Given the film’s context, Lelio also kept in mind his country’s current political climate. Chile is a very divided country, and that’s good and bad news at the same time. I mean, it’s a simplification, but half of the country still lives in the ‘80s, and the other half is more future-oriented,” Lelio said. “I think this film operates in that tension, in the tension between those two forces. But the government and the laws and the power is like 30 years behind. But the level of modernity you can feel, especially in younger generations, gives me hope.”

The film addresses the breakdown of traditional structures and paradigmatic concepts. “We are orphans of utopia but at the same time there is a great potential in front of us,” Lelio said. In a world of clashing ideologies, Lelio believes that there are no absolute solutions to the problems that we face; life is obscure. Nevertheless, it is important to orchestrate dialogue, asking these questions and opening minds to improve society. Rather than sending a particular message, Lelio hopes to expose the public to a new point of view and let them learn from that emotional experience.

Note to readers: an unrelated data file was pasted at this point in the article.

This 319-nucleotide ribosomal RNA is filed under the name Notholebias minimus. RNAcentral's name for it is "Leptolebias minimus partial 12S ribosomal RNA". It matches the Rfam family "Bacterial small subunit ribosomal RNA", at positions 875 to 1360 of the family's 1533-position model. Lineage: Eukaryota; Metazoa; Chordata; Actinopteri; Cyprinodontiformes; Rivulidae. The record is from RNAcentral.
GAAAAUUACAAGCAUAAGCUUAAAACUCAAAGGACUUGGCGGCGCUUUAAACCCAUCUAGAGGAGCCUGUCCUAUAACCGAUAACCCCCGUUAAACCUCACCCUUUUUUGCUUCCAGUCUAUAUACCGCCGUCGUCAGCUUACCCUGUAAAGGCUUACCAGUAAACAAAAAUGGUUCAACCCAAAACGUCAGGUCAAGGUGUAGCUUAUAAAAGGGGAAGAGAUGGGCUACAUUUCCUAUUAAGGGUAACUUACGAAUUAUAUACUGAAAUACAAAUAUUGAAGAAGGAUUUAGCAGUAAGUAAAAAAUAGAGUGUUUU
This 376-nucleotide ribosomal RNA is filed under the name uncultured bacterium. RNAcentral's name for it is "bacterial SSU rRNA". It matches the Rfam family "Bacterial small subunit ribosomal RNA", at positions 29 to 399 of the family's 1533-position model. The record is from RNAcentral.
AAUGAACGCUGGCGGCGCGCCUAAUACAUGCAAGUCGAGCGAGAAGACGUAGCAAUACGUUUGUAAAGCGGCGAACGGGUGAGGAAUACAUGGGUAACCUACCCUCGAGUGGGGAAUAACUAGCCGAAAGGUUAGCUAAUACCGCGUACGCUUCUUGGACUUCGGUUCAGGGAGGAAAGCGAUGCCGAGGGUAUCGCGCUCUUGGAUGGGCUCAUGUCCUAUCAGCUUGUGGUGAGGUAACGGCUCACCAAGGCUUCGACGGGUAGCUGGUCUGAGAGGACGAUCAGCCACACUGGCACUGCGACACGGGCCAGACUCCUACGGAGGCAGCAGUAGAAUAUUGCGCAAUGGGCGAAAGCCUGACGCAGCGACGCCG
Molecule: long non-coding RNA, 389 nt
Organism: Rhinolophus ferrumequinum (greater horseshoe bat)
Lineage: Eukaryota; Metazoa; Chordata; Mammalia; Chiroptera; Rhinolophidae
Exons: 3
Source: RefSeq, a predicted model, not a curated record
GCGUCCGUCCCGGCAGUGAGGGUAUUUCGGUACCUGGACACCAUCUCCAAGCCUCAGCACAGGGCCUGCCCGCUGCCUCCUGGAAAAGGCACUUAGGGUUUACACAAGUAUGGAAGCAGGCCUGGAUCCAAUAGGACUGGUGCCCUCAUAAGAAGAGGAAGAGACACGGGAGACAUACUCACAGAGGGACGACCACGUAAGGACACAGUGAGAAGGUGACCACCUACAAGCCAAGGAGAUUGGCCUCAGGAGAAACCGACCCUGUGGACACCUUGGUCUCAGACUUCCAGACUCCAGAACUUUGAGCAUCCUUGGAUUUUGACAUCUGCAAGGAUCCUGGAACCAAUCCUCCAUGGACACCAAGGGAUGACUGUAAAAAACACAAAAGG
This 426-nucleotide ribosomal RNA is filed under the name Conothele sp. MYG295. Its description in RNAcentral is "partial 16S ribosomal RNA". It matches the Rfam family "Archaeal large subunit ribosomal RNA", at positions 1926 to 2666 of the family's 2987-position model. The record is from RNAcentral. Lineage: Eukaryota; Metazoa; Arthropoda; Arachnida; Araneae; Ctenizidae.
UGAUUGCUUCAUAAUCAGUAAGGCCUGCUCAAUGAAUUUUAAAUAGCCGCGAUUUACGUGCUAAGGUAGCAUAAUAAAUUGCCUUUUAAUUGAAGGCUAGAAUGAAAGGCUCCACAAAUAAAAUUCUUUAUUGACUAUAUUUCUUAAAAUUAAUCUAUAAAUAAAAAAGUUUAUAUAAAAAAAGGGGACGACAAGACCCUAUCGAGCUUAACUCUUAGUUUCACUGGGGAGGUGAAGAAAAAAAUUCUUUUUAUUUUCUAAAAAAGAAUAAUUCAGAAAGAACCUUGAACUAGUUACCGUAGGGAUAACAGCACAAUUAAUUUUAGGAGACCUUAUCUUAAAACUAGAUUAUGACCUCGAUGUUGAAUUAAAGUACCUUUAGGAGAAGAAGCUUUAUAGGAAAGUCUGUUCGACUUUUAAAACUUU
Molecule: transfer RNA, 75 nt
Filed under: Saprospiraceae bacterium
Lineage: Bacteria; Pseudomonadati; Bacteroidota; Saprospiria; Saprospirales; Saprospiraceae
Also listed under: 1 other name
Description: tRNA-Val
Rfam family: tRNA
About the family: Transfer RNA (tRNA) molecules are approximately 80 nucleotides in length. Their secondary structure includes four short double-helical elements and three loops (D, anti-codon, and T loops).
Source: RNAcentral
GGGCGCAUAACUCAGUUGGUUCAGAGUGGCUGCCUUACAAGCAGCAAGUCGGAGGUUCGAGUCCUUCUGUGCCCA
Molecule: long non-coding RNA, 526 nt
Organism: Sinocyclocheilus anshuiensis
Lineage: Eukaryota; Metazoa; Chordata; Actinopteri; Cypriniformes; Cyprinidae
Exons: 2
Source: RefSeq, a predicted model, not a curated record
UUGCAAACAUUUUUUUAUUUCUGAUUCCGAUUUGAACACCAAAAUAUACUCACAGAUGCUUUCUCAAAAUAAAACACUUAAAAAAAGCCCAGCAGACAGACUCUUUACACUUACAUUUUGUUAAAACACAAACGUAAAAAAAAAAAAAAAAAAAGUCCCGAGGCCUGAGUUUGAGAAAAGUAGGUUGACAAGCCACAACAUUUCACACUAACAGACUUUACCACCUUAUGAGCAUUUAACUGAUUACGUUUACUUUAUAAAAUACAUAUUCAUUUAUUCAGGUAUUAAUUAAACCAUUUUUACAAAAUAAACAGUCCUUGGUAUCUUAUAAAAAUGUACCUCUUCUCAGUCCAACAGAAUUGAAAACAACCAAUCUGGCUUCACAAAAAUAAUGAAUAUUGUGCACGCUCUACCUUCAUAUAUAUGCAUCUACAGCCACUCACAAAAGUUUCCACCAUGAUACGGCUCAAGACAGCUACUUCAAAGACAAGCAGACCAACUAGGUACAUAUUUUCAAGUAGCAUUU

I guess you make films so you don’t have to fall in the trap of sending messages. That’s priest business. That’s the pope… or, uh, Trump,” Lelio laughed. “You know, you make a film because you want to expose people to a complexity, and to allow them to hopefully touch beauty. And then that can change your perception of life. That can touch your level of consciousness, that can open a new idea about what is possible in the world within you.”